Overnight, Fed chair Janet Yellen said in a testimony before Congress that recent economic data back the central bank's expectations of an improved job market. The U.S. non-farm payrolls number for November is due later today. Yellen added the bank will proceed with caution in raising interest rates from near zero and that Fed funds rates would remain accommodative after the initial increase.
Elsewhere, ECB president Mario Draghi announced monetary policy measures that fell short of market expectations. The central bank cut deposit rate by 10 basis points to negative 0.3 percent and said its asset purchase program will also be extended until at least March 2017 and broadened in scope.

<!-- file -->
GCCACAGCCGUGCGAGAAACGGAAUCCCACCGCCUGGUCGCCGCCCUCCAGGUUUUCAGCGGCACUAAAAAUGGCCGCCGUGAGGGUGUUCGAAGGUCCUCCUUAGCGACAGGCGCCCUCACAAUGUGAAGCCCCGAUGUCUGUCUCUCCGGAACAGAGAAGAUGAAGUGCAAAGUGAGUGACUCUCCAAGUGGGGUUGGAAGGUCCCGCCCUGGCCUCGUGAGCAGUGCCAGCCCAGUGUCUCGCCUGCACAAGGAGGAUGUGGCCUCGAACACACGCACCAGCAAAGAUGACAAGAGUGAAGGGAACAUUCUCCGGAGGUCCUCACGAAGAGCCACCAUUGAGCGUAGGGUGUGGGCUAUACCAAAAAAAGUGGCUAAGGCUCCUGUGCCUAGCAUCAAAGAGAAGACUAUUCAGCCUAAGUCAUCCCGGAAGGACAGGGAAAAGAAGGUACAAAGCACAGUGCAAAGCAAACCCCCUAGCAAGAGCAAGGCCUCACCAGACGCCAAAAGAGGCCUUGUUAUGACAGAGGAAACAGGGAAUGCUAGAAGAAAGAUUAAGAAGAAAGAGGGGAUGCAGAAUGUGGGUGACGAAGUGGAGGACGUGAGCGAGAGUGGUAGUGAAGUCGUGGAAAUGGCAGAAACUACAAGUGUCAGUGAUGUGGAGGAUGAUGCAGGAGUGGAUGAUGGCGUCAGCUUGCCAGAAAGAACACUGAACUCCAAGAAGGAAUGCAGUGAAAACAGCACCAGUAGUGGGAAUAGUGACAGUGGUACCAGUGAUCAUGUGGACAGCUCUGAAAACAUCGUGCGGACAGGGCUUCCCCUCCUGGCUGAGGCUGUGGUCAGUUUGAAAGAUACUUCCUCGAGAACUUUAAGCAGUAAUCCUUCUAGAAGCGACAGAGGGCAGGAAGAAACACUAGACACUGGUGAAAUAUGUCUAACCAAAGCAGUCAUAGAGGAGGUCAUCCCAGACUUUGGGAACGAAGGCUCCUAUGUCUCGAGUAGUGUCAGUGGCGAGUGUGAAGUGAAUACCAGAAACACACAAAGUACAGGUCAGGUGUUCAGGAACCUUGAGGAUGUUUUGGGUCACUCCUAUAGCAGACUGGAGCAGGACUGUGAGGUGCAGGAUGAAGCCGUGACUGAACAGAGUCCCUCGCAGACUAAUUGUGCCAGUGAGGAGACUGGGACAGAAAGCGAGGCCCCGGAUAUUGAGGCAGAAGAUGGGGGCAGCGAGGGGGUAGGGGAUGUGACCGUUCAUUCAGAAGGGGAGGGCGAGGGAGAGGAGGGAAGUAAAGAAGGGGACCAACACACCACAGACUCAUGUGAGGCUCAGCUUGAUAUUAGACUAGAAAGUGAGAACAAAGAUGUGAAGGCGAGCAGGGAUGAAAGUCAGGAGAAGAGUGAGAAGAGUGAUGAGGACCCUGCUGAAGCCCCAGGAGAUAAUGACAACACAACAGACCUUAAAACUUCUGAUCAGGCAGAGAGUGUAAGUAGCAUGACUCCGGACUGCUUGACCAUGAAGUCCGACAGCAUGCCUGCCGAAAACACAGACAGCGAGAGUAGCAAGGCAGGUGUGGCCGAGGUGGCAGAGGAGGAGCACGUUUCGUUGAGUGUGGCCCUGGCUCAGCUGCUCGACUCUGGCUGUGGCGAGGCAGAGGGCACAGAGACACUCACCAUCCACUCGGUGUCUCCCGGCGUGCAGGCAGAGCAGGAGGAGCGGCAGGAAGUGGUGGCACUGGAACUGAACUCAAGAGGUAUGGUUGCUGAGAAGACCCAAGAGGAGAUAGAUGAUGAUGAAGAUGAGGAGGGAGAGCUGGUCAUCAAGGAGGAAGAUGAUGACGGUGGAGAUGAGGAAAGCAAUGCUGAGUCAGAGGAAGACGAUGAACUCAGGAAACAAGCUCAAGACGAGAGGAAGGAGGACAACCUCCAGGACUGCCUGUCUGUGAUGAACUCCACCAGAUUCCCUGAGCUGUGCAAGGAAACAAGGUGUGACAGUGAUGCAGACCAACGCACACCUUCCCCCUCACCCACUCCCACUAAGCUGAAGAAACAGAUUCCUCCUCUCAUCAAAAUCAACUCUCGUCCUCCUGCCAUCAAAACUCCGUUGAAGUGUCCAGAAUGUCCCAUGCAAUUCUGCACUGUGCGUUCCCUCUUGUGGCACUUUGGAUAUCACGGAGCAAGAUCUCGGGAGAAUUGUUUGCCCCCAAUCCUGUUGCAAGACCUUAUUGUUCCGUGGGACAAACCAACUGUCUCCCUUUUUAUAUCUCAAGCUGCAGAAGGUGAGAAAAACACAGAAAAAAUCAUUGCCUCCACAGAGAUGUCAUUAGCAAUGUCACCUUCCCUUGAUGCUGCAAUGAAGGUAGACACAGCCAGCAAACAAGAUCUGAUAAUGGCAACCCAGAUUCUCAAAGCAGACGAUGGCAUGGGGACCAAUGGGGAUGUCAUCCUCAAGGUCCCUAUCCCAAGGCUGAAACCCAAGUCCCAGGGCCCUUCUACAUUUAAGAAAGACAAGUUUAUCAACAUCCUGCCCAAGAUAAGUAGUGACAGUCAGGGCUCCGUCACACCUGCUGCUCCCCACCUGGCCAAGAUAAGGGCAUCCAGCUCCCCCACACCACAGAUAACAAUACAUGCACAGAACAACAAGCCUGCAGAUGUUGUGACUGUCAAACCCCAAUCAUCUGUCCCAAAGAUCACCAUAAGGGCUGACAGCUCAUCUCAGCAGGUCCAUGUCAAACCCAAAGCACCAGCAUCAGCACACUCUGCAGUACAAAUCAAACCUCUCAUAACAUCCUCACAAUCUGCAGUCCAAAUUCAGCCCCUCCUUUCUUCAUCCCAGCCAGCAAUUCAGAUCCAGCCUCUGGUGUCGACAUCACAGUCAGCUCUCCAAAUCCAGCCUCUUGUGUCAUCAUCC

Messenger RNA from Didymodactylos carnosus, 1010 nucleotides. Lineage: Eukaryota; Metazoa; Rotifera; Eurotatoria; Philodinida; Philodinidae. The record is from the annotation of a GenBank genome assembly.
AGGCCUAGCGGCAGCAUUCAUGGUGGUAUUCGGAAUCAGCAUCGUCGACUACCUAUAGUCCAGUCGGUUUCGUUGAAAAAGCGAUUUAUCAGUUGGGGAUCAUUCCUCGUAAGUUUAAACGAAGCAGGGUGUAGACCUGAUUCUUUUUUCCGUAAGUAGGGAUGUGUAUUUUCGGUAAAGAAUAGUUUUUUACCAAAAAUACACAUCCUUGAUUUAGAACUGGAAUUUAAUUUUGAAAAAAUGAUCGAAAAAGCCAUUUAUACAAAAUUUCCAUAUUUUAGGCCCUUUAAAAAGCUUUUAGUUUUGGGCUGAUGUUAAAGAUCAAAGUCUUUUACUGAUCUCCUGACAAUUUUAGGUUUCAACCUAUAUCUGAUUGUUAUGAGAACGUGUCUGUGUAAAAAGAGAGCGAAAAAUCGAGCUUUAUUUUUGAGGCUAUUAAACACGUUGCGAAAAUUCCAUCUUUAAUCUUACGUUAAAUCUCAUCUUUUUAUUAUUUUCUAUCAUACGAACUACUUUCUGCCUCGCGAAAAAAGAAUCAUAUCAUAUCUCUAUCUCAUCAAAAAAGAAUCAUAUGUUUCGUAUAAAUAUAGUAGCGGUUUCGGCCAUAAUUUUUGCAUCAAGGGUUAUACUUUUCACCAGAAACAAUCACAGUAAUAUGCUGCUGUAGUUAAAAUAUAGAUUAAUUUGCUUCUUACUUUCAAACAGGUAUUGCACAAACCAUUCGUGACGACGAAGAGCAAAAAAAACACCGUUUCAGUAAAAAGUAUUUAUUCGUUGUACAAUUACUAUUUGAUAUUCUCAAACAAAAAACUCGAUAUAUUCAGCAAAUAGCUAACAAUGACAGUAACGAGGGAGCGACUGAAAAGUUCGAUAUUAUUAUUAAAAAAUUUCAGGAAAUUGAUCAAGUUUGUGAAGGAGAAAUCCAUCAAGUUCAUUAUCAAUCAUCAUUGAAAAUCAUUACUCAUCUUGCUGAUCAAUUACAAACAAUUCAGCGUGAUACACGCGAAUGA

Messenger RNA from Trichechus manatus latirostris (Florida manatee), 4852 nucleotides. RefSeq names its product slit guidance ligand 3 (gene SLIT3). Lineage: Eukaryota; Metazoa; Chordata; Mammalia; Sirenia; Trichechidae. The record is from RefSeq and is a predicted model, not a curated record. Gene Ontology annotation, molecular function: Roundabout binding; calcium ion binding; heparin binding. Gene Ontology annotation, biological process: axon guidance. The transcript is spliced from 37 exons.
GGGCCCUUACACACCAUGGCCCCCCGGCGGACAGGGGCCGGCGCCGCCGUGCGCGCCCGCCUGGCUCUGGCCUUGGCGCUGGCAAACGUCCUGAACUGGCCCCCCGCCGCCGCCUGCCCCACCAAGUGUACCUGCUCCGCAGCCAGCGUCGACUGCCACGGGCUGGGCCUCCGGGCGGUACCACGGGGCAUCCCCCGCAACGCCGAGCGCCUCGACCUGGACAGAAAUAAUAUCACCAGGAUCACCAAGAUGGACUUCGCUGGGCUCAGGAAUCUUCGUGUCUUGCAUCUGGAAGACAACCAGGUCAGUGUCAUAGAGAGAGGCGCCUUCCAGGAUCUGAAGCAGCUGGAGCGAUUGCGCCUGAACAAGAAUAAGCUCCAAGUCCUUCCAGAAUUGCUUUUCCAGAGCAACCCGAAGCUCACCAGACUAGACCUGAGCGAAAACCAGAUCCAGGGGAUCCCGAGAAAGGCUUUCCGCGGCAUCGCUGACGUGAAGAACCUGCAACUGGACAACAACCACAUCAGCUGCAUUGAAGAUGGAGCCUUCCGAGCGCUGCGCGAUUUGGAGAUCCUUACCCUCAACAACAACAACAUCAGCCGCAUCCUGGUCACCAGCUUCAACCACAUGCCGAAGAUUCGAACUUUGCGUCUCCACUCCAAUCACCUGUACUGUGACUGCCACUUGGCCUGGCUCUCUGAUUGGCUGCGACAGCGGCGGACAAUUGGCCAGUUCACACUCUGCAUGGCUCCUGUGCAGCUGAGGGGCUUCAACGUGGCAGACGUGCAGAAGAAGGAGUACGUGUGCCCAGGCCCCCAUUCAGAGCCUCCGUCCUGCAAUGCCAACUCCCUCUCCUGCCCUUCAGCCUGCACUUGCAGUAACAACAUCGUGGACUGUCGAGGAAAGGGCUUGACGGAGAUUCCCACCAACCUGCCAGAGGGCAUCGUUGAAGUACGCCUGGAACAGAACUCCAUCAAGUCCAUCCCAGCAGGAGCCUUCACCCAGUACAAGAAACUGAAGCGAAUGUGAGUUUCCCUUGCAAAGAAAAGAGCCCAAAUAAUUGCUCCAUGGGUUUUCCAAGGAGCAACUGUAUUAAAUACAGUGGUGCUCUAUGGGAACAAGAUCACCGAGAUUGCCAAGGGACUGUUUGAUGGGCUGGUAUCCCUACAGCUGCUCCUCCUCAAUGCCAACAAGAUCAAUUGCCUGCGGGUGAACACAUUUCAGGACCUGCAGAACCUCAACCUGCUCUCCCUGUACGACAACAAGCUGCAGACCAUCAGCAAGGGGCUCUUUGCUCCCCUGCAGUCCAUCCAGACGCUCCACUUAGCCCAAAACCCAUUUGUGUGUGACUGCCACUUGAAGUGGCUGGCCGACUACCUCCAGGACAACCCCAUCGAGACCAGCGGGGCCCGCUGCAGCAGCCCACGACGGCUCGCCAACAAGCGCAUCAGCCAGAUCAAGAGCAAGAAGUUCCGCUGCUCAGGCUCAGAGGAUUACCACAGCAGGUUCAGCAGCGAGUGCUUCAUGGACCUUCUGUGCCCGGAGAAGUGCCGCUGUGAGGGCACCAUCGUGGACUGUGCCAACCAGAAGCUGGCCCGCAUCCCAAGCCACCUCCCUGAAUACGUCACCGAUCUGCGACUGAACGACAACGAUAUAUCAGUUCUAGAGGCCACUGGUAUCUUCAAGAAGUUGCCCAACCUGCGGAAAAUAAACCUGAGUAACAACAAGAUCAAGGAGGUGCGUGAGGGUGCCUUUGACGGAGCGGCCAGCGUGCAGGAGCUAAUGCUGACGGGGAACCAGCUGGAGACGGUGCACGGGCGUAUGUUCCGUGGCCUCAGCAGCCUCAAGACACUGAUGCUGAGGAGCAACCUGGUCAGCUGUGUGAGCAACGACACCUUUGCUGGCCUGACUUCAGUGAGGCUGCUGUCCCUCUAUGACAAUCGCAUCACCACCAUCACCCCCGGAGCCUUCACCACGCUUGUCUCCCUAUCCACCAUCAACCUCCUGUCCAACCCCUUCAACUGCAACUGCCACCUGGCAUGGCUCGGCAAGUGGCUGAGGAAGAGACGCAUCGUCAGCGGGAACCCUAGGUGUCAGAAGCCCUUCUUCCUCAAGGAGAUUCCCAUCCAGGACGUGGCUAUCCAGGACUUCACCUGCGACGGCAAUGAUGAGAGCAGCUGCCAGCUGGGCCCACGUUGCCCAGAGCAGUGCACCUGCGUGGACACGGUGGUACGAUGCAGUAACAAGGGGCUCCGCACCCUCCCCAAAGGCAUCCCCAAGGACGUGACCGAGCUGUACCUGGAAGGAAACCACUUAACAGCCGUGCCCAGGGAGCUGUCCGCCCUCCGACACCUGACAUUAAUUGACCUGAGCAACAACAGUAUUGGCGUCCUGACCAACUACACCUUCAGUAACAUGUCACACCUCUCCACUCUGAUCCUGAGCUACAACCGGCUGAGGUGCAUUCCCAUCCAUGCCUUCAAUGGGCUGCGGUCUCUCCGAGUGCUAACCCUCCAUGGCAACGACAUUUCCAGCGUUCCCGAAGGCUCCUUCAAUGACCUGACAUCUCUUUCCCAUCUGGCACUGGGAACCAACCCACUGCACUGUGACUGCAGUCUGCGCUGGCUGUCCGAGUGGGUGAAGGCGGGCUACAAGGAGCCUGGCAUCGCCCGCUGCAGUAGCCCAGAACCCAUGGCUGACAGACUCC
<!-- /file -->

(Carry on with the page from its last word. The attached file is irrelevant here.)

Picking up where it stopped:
Anatoli Annenkov, senior European economist at Societe Generale said in a note "While theories of a pushback from other Governing Council members to the Executive Board's recent dovish messages will flourish, it may simply reflect the conclusions the tasked ECB committees arrived at: that the recovery continues, that monetary policy is effective and that the new measures are judged enough."
U.S. markets saw steep losses overnight with the Dow Jones Industrial Average down 252 points or 1.42 percent at 17,478; the S&P 500 was down 30 points or 1.44 percent at 2,049. The Nasdaq was down 86 points or 1.7 percent at 5,038.